An alternative, if you feel comfortable with everything on the mound, would be to get a long toss session in.  This will give you a chance to air it out a little bit and get your arm speed rocking. Make sure you don’t force the issue, as the main objective here is to get work AND feel good when you pitch next. Starters can plan more than relievers though, obviously.

3.) It’s not hard to maintain strength if you’ve trained the right way in the off-season and pre-season-

 Let me just start this by saying if you don’t train like a savage and prepare for the season the right way, then this doesn’t apply to your sorry ass. But for you athletes who do give a shit, the ones who logged all the hours, and layed on some serious strength during the winter months, then when the season comes, it’s not time for worrying about seeing how much you can deadlift. You need to find out how to keep your strength with the minimum possible energy expenditure. Everything you do in the weight room needs to be geared toward feeling like a boss during the game.

4.) I believe staying in good cardiovascular condition is very important, however, running is not the solution

It’s no secret that when you go to compete in the game, your heart rate is very high. If it’s not, you probably either hate baseball or are some sort of Tibetan monk. With that understanding, we need to train so we have some good wind and aren’t huffing and puffing out there. Some strategies that worked for me were implementing shorter rest periods in my lifts, and jogging back to the start line as a recovery on sprint days. These are low impact solutions that will allow you to feel from a cardio perspective, that you are prepared for high intensity parts of the game.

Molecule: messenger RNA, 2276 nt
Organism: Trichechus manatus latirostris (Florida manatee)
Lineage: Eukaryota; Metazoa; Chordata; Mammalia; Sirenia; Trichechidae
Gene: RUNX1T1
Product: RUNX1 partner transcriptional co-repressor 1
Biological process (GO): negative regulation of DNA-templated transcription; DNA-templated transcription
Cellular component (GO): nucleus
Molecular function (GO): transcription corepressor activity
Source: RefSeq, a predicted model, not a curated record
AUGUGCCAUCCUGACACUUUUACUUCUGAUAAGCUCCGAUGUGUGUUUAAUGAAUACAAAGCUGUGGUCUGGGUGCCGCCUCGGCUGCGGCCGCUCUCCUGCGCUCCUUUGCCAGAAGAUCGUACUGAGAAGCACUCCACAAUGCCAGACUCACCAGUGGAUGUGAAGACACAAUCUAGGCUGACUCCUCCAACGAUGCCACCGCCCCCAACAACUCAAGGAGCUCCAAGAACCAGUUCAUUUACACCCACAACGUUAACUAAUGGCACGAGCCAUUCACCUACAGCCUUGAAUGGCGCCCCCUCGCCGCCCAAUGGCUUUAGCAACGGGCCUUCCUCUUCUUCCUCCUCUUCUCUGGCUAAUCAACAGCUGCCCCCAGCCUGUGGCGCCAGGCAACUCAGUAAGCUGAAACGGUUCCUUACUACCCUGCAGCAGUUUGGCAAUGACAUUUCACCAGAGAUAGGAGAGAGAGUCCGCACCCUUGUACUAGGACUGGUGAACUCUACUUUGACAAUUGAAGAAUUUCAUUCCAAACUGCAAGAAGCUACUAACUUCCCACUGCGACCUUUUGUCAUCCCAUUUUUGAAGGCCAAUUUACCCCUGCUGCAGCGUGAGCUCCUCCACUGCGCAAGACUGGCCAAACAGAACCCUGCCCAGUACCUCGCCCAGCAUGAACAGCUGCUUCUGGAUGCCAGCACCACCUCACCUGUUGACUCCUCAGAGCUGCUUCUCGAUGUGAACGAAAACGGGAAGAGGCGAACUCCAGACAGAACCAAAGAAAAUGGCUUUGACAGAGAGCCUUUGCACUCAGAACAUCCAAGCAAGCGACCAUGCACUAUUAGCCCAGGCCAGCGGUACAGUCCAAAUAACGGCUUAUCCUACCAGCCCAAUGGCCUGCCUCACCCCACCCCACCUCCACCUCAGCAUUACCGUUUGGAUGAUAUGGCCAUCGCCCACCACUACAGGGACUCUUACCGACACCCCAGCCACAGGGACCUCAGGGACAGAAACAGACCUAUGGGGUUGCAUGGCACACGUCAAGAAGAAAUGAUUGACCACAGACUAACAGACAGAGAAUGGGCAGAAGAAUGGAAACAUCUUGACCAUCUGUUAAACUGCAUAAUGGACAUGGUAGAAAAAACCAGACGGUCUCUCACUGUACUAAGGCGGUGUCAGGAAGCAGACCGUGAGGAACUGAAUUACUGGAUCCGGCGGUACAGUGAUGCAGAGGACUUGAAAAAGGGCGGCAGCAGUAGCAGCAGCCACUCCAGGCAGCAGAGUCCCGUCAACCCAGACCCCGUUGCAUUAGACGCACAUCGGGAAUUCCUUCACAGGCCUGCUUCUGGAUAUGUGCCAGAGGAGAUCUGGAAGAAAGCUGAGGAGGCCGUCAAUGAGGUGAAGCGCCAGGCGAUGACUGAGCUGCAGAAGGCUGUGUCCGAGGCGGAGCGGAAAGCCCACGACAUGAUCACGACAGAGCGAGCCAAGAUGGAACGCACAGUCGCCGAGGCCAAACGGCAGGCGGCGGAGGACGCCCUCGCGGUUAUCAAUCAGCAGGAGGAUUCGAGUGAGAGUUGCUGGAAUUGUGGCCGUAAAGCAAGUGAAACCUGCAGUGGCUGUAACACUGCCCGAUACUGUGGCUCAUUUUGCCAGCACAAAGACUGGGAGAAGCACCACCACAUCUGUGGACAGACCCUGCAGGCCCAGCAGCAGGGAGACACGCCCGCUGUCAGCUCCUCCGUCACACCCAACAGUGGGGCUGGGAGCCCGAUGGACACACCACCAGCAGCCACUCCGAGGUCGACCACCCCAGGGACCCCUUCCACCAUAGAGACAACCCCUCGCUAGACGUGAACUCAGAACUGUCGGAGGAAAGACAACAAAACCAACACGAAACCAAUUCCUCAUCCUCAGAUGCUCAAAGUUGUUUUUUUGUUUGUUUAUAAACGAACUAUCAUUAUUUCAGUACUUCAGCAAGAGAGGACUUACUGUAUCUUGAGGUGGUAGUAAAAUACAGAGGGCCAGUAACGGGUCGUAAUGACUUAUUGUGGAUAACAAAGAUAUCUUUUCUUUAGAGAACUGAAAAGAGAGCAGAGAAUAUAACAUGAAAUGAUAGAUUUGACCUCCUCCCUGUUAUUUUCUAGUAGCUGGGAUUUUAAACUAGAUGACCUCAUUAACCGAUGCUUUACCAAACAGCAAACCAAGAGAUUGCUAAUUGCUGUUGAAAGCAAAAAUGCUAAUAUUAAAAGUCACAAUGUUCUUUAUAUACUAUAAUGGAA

5.) Blacking out my bedroom and taking ZMA helped me sleep and recover like a champion-

 Resting properly is one of the most overlooked assets of an efficient athlete. Anthony Mychal wrote an absolutely fantastic article over at T-Nation talking about tuning your nervous system and recovery to boost performance. Check his post out here.

Its been researched that having a room completely dark with no light entering your eyesight whatsoever allows your body to fall into the deepest sleep possible where the most recovery power occurs. I turned off my phone, computer, and even covered my window with blackout tint this season to make sure I was recovering the right way. As a tip, make sure the blinds block out all light even in the morning when sun comes through to wake you up.

Another item that’s been highly researched is the supplement ZMA. It is just capsules of zinc and magnesium, 2 minerals athletes are often deficient in. When taken 30 min before bed, I would wake up feeling refreshed and felt like I was in a deeper state of sleep, longer thru for the duration of the night. Of course, you should research whether this product would be good for you, but for an active athlete who sweats a lot, and expends alot of energy, I think its great a great addition to a great training program and even better meal plan.


Just like anything in life, we are constantly learning, growing, building, and becoming more efficient at what we do. I hope those of you who are taking the time to read this understand that here at Show Me Strength, we are writing for those of you who are just as hungry for answers and returns on your hard work as we are. I hope you find these things I’ve learned this year informative, and as always feel free to ask us questions in the comment section below. Or you can catch us at showmestrength@gmail.com, Facebook or Twitter!